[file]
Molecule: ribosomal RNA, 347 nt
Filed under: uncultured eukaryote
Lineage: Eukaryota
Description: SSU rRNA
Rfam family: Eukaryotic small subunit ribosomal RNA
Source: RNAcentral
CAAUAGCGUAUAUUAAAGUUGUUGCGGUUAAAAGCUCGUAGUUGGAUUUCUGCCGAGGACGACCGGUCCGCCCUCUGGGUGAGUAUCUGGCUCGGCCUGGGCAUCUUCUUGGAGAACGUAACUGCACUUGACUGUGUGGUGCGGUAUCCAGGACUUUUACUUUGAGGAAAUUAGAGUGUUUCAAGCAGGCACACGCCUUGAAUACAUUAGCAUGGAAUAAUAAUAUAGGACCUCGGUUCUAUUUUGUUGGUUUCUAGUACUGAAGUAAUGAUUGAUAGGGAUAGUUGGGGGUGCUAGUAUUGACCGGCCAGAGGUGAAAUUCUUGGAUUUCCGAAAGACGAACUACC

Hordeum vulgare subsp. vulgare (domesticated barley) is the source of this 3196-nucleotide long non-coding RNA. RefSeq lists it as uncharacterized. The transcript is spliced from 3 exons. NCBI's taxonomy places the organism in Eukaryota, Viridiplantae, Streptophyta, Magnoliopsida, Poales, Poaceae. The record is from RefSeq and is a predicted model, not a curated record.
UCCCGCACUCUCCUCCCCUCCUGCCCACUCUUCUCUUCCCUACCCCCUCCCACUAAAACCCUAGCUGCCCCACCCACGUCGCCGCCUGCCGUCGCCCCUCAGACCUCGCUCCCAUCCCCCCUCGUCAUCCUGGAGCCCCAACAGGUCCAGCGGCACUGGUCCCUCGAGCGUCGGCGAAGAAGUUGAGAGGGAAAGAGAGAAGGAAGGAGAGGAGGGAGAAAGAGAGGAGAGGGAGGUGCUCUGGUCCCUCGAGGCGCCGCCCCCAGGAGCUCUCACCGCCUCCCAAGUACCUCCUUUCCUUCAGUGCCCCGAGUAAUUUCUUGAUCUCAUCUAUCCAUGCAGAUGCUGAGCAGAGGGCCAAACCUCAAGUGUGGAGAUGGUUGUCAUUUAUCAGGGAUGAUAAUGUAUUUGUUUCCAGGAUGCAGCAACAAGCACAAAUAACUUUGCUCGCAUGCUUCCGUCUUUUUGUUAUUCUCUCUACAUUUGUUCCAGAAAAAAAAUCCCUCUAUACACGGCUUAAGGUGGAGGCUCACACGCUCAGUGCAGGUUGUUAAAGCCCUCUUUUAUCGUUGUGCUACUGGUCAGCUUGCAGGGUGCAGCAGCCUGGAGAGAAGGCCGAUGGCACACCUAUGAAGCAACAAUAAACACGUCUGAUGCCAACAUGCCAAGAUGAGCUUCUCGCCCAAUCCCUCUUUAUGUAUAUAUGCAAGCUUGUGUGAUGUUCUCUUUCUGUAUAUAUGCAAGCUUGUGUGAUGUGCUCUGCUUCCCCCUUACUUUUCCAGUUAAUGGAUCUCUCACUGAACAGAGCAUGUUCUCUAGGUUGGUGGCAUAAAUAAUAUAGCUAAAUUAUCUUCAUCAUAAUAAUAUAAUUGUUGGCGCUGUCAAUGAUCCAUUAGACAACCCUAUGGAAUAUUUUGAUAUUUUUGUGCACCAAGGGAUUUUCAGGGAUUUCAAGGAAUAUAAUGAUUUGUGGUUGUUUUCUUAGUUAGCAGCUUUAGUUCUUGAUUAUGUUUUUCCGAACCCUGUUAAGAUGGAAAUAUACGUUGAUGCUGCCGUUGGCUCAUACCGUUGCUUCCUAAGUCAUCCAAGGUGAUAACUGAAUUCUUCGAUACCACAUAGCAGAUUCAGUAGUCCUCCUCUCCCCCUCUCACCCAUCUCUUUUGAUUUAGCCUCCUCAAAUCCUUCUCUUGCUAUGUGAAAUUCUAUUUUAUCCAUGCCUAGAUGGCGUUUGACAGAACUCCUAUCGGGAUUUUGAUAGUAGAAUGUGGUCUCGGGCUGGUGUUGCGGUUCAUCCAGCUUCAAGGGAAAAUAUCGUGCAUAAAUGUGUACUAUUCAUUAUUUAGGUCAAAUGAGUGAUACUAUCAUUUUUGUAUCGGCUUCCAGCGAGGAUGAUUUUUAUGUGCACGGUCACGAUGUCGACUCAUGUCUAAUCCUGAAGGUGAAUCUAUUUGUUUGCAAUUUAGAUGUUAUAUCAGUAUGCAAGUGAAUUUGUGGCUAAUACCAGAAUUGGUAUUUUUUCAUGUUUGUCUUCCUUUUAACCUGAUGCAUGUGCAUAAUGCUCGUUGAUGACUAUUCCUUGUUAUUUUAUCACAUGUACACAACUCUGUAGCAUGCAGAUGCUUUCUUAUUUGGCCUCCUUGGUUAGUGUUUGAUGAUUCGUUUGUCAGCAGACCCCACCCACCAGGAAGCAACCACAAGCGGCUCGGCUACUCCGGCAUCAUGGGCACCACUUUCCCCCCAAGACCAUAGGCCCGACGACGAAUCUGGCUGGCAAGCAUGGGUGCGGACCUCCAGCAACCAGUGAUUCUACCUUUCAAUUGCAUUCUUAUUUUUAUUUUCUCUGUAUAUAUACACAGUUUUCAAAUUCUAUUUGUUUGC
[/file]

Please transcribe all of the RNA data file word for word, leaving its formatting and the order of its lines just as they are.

Molecule: ribosomal RNA, 347 nt
Filed under: uncultured eukaryote
Lineage: Eukaryota
Description: SSU rRNA
Rfam family: Eukaryotic small subunit ribosomal RNA
Source: RNAcentral
CAAUAGCGUAUAUUAAAGUUGUUGCGGUUAAAAGCUCGUAGUUGGAUUUCUGCCGAGGACGACCGGUCCGCCCUCUGGGUGAGUAUCUGGCUCGGCCUGGGCAUCUUCUUGGAGAACGUAACUGCACUUGACUGUGUGGUGCGGUAUCCAGGACUUUUACUUUGAGGAAAUUAGAGUGUUUCAAGCAGGCACACGCCUUGAAUACAUUAGCAUGGAAUAAUAAUAUAGGACCUCGGUUCUAUUUUGUUGGUUUCUAGUACUGAAGUAAUGAUUGAUAGGGAUAGUUGGGGGUGCUAGUAUUGACCGGCCAGAGGUGAAAUUCUUGGAUUUCCGAAAGACGAACUACC

Hordeum vulgare subsp. vulgare (domesticated barley) is the source of this 3196-nucleotide long non-coding RNA. RefSeq lists it as uncharacterized. The transcript is spliced from 3 exons. NCBI's taxonomy places the organism in Eukaryota, Viridiplantae, Streptophyta, Magnoliopsida, Poales, Poaceae. The record is from RefSeq and is a predicted model, not a curated record.
UCCCGCACUCUCCUCCCCUCCUGCCCACUCUUCUCUUCCCUACCCCCUCCCACUAAAACCCUAGCUGCCCCACCCACGUCGCCGCCUGCCGUCGCCCCUCAGACCUCGCUCCCAUCCCCCCUCGUCAUCCUGGAGCCCCAACAGGUCCAGCGGCACUGGUCCCUCGAGCGUCGGCGAAGAAGUUGAGAGGGAAAGAGAGAAGGAAGGAGAGGAGGGAGAAAGAGAGGAGAGGGAGGUGCUCUGGUCCCUCGAGGCGCCGCCCCCAGGAGCUCUCACCGCCUCCCAAGUACCUCCUUUCCUUCAGUGCCCCGAGUAAUUUCUUGAUCUCAUCUAUCCAUGCAGAUGCUGAGCAGAGGGCCAAACCUCAAGUGUGGAGAUGGUUGUCAUUUAUCAGGGAUGAUAAUGUAUUUGUUUCCAGGAUGCAGCAACAAGCACAAAUAACUUUGCUCGCAUGCUUCCGUCUUUUUGUUAUUCUCUCUACAUUUGUUCCAGAAAAAAAAUCCCUCUAUACACGGCUUAAGGUGGAGGCUCACACGCUCAGUGCAGGUUGUUAAAGCCCUCUUUUAUCGUUGUGCUACUGGUCAGCUUGCAGGGUGCAGCAGCCUGGAGAGAAGGCCGAUGGCACACCUAUGAAGCAACAAUAAACACGUCUGAUGCCAACAUGCCAAGAUGAGCUUCUCGCCCAAUCCCUCUUUAUGUAUAUAUGCAAGCUUGUGUGAUGUUCUCUUUCUGUAUAUAUGCAAGCUUGUGUGAUGUGCUCUGCUUCCCCCUUACUUUUCCAGUUAAUGGAUCUCUCACUGAACAGAGCAUGUUCUCUAGGUUGGUGGCAUAAAUAAUAUAGCUAAAUUAUCUUCAUCAUAAUAAUAUAAUUGUUGGCGCUGUCAAUGAUCCAUUAGACAACCCUAUGGAAUAUUUUGAUAUUUUUGUGCACCAAGGGAUUUUCAGGGAUUUCAAGGAAUAUAAUGAUUUGUGGUUGUUUUCUUAGUUAGCAGCUUUAGUUCUUGAUUAUGUUUUUCCGAACCCUGUUAAGAUGGAAAUAUACGUUGAUGCUGCCGUUGGCUCAUACCGUUGCUUCCUAAGUCAUCCAAGGUGAUAACUGAAUUCUUCGAUACCACAUAGCAGAUUCAGUAGUCCUCCUCUCCCCCUCUCACCCAUCUCUUUUGAUUUAGCCUCCUCAAAUCCUUCUCUUGCUAUGUGAAAUUCUAUUUUAUCCAUGCCUAGAUGGCGUUUGACAGAACUCCUAUCGGGAUUUUGAUAGUAGAAUGUGGUCUCGGGCUGGUGUUGCGGUUCAUCCAGCUUCAAGGGAAAAUAUCGUGCAUAAAUGUGUACUAUUCAUUAUUUAGGUCAAAUGAGUGAUACUAUCAUUUUUGUAUCGGCUUCCAGCGAGGAUGAUUUUUAUGUGCACGGUCACGAUGUCGACUCAUGUCUAAUCCUGAAGGUGAAUCUAUUUGUUUGCAAUUUAGAUGUUAUAUCAGUAUGCAAGUGAAUUUGUGGCUAAUACCAGAAUUGGUAUUUUUUCAUGUUUGUCUUCCUUUUAACCUGAUGCAUGUGCAUAAUGCUCGUUGAUGACUAUUCCUUGUUAUUUUAUCACAUGUACACAACUCUGUAGCAUGCAGAUGCUUUCUUAUUUGGCCUCCUUGGUUAGUGUUUGAUGAUUCGUUUGUCAGCAGACCCCACCCACCAGGAAGCAACCACAAGCGGCUCGGCUACUCCGGCAUCAUGGGCACCACUUUCCCCCCAAGACCAUAGGCCCGACGACGAAUCUGGCUGGCAAGCAUGGGUGCGGACCUCCAGCAACCAGUGAUUCUACCUUUCAAUUGCAUUCUUAUUUUUAUUUUCUCUGUAUAUAUACACAGUUUUCAAAUUCUAUUUGUUUGC